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Want to Better Understand Socialism? New York Magazine recommends The Meaning of Freedom
What is the meaning of freedom? Angela Y. Davis' life and work have been dedicated to examining this fundamental question and to ending all forms of oppression that deny people their political, cultural, and sexual freedom. In this collection of twelve searing, previously unpublished speeches, Davis confronts the interconnected issues of power, race, gender, class, incarceration, conservatism, and the ongoing need for social change in the United States. With her characteristic brilliance, historical insight, and penetrating analysis, Davis addresses examples of institutional injustice and explores the radical notion of freedom as a collective striving for real democracy - not something granted or guaranteed through laws, proclamations, or policies, but something that grows from a participatory social process that demands new ways of thinking and being. The speeches gathered together here are timely and timeless, writes Robin D.G. Kelley in the foreword, they embody Angela Davis' uniquely radical vision of the society we need to build, and the path to get there.
The Meaning of Freedom articulates a bold vision of the society we need to build and the path to get there. This is her only book of speeches.
Davis' arguments for justice are formidable. . . . The power of her historical insights and the sweetness of her dream cannot be denied.--The New York Times
One of America's last truly fearless public intellectuals. --Cynthia McKinney, former US Congresswoman
Angela Davis deserves credit, not just for the dignity and courage with which she has lived her life, but also for raising important critiques of a for-profit penitentiary system decades before those arguments gained purchase in the mainstream. --Thomas Chatterton Williams, SFGate
Angela Davis's revolutionary spirit is still strong. Still with us, thank goodness
Long before 'race/gender' became the obligatory injunction it is now, Angela Davis was developing an analytical framework that brought all of these factors into play. For readers who only see Angela Davis as a public icon . . . meet the real Angela Davis: perhaps the leading public intellectual of our era. --Robin D. G. Kelley author of Thelonious Monk: The Life and Times of an American Original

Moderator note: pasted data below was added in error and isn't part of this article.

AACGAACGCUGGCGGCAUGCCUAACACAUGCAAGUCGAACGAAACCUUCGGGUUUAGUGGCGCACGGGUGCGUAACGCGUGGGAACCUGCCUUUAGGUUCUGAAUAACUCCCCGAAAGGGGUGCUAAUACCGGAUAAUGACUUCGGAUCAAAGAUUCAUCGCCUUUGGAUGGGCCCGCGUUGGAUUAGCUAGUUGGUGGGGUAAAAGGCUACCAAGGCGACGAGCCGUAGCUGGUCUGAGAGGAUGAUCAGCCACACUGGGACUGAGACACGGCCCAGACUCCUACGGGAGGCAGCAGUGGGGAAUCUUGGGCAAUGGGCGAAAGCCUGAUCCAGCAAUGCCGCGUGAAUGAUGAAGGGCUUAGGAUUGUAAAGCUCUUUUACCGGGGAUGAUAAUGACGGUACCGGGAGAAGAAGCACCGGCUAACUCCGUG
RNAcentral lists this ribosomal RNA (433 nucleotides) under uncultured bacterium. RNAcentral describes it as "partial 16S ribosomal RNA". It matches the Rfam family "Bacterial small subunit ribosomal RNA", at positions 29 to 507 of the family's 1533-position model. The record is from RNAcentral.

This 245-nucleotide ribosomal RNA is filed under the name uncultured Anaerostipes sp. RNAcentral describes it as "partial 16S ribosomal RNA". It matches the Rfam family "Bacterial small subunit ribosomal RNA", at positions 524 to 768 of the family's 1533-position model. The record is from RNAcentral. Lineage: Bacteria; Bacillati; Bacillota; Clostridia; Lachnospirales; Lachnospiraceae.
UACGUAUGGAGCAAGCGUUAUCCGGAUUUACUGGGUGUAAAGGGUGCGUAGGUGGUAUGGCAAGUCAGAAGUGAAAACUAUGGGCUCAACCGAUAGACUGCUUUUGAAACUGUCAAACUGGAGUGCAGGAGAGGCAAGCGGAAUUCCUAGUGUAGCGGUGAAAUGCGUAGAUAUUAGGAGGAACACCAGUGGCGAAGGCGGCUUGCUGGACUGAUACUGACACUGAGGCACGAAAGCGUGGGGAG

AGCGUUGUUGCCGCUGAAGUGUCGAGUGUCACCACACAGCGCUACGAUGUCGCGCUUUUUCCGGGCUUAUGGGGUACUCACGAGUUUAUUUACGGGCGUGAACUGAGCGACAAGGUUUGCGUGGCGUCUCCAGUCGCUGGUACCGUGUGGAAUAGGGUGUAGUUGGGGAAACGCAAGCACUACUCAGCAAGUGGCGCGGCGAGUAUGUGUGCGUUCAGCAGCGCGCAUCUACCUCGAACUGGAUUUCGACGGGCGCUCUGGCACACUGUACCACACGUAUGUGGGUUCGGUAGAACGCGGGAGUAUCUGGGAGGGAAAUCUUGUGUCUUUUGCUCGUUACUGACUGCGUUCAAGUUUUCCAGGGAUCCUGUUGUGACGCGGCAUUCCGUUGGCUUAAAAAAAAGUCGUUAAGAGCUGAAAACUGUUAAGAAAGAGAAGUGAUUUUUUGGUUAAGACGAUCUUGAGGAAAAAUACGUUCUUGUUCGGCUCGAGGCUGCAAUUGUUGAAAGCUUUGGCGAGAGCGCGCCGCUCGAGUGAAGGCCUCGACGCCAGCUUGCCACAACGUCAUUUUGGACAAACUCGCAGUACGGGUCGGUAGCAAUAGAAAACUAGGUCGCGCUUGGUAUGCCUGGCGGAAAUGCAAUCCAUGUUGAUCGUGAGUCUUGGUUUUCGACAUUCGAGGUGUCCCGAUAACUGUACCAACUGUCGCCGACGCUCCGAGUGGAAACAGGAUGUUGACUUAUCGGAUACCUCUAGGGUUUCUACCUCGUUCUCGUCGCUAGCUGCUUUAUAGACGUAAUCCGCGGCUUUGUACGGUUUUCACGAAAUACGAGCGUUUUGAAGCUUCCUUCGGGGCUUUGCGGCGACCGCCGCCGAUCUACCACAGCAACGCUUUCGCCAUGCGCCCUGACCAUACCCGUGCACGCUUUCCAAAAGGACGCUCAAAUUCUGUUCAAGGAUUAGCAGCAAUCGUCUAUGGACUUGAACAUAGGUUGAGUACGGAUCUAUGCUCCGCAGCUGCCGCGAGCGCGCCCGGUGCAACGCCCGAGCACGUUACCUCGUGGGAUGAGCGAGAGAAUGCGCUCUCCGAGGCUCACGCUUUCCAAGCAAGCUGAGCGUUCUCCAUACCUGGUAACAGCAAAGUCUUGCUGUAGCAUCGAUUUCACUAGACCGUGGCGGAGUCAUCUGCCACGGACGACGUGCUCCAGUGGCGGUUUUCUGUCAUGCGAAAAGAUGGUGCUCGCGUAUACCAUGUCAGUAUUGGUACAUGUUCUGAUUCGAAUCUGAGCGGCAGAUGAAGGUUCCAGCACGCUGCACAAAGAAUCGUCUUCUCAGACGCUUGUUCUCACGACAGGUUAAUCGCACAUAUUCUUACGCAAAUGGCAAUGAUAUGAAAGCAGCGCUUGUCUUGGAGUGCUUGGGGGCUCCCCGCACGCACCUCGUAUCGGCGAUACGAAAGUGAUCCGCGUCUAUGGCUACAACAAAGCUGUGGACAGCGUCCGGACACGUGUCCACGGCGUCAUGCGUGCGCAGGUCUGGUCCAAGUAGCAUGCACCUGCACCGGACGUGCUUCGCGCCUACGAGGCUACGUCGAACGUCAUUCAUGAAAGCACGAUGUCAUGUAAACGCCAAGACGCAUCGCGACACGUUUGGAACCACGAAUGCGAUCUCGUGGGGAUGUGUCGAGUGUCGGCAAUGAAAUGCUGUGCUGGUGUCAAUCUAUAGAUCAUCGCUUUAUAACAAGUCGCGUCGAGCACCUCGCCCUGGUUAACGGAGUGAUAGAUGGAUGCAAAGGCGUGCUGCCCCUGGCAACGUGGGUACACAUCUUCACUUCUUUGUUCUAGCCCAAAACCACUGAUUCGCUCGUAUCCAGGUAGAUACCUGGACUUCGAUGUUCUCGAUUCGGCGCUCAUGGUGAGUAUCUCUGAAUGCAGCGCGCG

There was a time in America when to call a person an 'abolitionist' was the ultimate epithet. It evoked scorn in the North and outrage in the South. Yet they were the harbingers of things to come. They were on the right side of history. Prof. Angela Y. Davis stands in that proud, radical tradition. --Mumia Abu-Jamal, author of Jailhouse Lawyers: Prisoners Defending Prisoners v. the U.S.A.
Behold the heart and mind of Angela Davis, open, relentless, and on time --June Jordan
"This document of contemporary thought by a major world-historical figure, Davis' first full-length book in almost a decade, makes it timelessly clear that while no freedom fight will ever be easy'We cant rely on simple categories'every real triumph, however small and short-lived, will always be worth it." -- Todd Steven Burroughs, Ebony.com
"The 12 speeches delivered between 1994 and 2009, and collected here for the first time, provide as good an entry point as any into the radical life and ideas of the political activist and thinker Angela Davis." -- San Francisco Chronicle
"In this collection of 12 previously unpublished speeches, the longtime activist asks readers to imagine a social landscape devoid of institutional and cultural injustice. Freedom is a process of becoming, she asserts; it can't be fully realized without collective participation by a demanding society."--Ms. Magazine
"Angela Y. Davis proves that it's still possible to find a new, refreshing way to discuss race, gender, class, and sexuality. In this heartfelt examination through previously unpublished speeches, Davis discusses these issues with simple language and challenges us to think about how feminism and racism relate to our everyday lives."--Bust Magazine
"This book is a collection of Davis lectures from 1994 through 2009, interweaving themes of freedom and bias based on race, gender, and sexual orientation. Davis is at her best linking these perceptively separate segments into a broader concept of freedom across all the lines that separate us."--Booklist
"As always, Davis is particularly concerned with the prison-industrial complex, yet her thoughts on marriage equality, immigration and globalization are just as thought-provoking." -- San Jose Mercury News